Expert: BitTorrent Conviction Unlikely to Be Copied in US

Hong Kong officials have successfully prosecuted a BitTorrent user for sharing three copyrighted movies on the file-sharing network.

Chan Nai-Ming, 38, was arrested in January by the Hong Kong Customs Services and will be sentenced Nov. 7. He faces up to four years in jail and a fine of up to about US$6,400. Chan had pleaded not guilty to copyright infringement for sharing movies “Miss Congeniality,” “Daredevil” and “Red Planet,” but was convicted after a four-day trial. It is an action one expert said is unlikely to be repeated in the United States.

Different Attitude

“There are laws on the books right now in the United States that would also send a person to jail for trading a single MP3 song on P2P file-sharing,” Robin Gross, executive director, IP Justice, told TechNewsWorld. “What may be different is the will of the U.S. public in allowing a person to be sent to prison for sharing music. A U.S. jury would likely not imprison someone for sharing music online, even though the law of the books does permit it.”

Unlike other peer-to-peer networks, BitTorrent works by splitting files into bits of information that are randomly distributed to peers (other computers) on the network. When a user requests the file, the software searches for the best connections and pieces it back together. Doing this eliminates the bandwidth bottlenecks that occur in other P2P networks and allows for the speedier transfer of larger files, such as movies.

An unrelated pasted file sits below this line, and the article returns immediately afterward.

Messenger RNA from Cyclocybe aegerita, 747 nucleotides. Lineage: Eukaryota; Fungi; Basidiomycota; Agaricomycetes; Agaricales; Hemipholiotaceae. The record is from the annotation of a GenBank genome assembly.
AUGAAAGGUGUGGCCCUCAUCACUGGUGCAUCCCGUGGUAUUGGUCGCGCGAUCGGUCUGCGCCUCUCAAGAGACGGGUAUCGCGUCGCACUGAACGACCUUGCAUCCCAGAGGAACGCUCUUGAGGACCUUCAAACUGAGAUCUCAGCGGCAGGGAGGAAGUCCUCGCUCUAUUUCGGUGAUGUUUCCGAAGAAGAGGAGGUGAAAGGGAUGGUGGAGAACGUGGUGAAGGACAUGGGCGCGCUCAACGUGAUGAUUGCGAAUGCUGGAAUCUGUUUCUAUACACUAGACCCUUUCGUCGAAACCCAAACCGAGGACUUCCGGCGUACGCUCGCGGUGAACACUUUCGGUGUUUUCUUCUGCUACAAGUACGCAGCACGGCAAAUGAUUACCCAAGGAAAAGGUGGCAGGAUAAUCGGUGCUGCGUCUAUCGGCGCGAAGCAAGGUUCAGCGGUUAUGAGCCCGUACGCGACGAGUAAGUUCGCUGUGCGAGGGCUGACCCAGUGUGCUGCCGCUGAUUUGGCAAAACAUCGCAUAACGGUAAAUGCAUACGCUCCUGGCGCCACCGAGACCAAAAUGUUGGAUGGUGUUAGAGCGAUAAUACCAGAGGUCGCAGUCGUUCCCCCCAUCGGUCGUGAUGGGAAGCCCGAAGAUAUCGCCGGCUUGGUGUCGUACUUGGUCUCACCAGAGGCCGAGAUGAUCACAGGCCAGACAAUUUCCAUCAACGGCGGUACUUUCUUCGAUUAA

BitTorrent’s creator, Bram Cohen, has been careful not to endorse illegal file-sharing, meaning that he is unlikely to be prosecuted.

First of Its Kind

The Hong Kong case is the first against a user of BitTorrent, although the FBI shut down Elite Torrents — a network using BitTorrent technology — in May, alleging copyright infringement.

Gross questioned the wisdom of using law enforcement to stop file-sharing. “One fundamental issues in this case is the idea of the punishment should fit the crime,” she said. “Can anyone seriously argue that putting consumers in prison for swapping songs on the Internet is the best solution? Many violent offenses receive less punishment these days. So there should be a re-calibration so the punishment fits the crime. P2P file-sharing is ultimately a business-model problem — not a legal problem.”

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